CMS Issues Final Rule on Medicare Drug Payment
After long and heated public debate, the Centers for Medicare and Medicaid Services on January 21 issued its final rule governing Medicare drug benefits.
The good news is that the 41 million Medicare beneficiaries will have access to the drugs they need. The bad news is that insurance companies will have a strong arm in controlling drug costs. Everyone who has anything to do with health care will be affected.
Highlights of the new rule are as follows:
- Every prescription drug plan must provide “adequate coverage of the types of drugs most commonly needed” by Medicare beneficiaries, including those for high-cost and/or chronic illnesses like cancer.
- Drug plans are allowed to establish a formulary, which must include at least two drugs for each illness, and may refuse to pay for drugs not on the list. Insurers need to cover only one drug in a category if only two drugs are available and one is superior.
- However, if a physician certifies that a particular drug is medically necessary, the drug plan must cover it, regardless of whether it is on the formulary. In addition, the plan must accept the prescribing physician's judgment. This stipulation is particularly important to oncologists.
- Many elderly poor who are currently covered by Medicaid will be automatically switched to Medicare, which, as of January 1, 2006, will be the sole source for drug coverage. CMS has assured these people that there will be no gap in coverage.
- The new rule offers subsidies to employers that encourage them to continue providing drug benefits to retirees. Many such retirement programs, which are extremely expensive, have been dropped in recent years.
- Every prescription drug plan that agrees to sell drugs to Medicare beneficiaries at discounted prices must establish a geographically convenient network of retail outlets.
- If a patient is denied coverage, there is an appeal process, although it is lengthy and complicated.
NCI Announces New Integrative Cancer Biology Program
The National Cancer Institute announced $14.9 million in funding for a new Integrative Cancer Biology Program (ICBP).
It will apply a multidisciplinary effort among all fields of cancer research in a systems-wide approach to gain new insights into the development and progression of cancer.
The program will integrate a range of new technology, including genomics, proteomics, and molecular imaging to create computer and mathematical models that could predict the cancer process.
The ICBP will highlight nine integrative biology centers, which will “provide the nucleus for the design and validation of computational mathematical cancer models,” an NCI news release said.
The centers also will serve as a training and outreach program, helping develop technology to be communicated to other cancer researchers.
The ICBP centers will collaborate with other NCI program groups such as the Cancer Biomedical Information Grid.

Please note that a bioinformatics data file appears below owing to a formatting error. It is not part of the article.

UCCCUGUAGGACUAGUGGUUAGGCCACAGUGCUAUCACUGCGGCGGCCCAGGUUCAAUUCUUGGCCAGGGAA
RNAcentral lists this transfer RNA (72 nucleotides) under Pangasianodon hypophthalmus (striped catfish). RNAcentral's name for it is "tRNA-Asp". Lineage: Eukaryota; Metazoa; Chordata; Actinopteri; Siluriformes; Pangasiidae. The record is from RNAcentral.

Medicare Help-Line Fails GAO Test of Accuracy & Completeness
Medicare's help-line, designed to provide information and assistance to its 41 million beneficiaries, failed miserably when the Government Accountability Office (GAO) tested it for accuracy and completeness.
The help-line provided accurate responses to queries less than two thirds of the time: 29% of the callers received incorrect answers and 10% got no answer at all.
The phone line (800-MEDICARE) is expected to receive increasing numbers of calls from beneficiaries who have trouble understanding the complexities of the new drug discount cards and/or who don't have access to the Internet (or who can't figure the user-unfriendly Web site designed to explain drug discount choices).
In the fiscal year ending September 30, 2004, the agency received 16.5 million calls—about triple the number in the previous year.
The Medicare help-line is supposed to be of service to beneficiaries, but employees who answer the phones are poorly trained and appear to be ignorant about Medicare policies, regulations, and procedures, the GAO report said.
Despite the fact that they are given a script to respond to queries, they often don't know which script to use or do not know enough to understand it. (Medicare provided even less accurate information to billing questions called in by physicians, as reported in this column several months ago.)
Said Mark B. McClellan, MD, PhD, Administrator, Centers for Medicare and Medicaid Services: “We were faced with an unprecedented volume of calls about a new part of the Medicare program that required new training efforts and many new customer service representatives. We believe we responded as well as we reasonably could given the unique and demanding circumstances.”
The help-line is outsourced to Pearson Government Solutions, an international media company, based in London, which also publishes the Financial Times and sells Penguin and Prentice Hall books.
The GAO test made 420 calls, consisting of six frequently asked questions 70 times each. When the questions were about the $600-a-year prescription drug credit for low-income beneficiaries, callers got the wrong answer 79% of the time.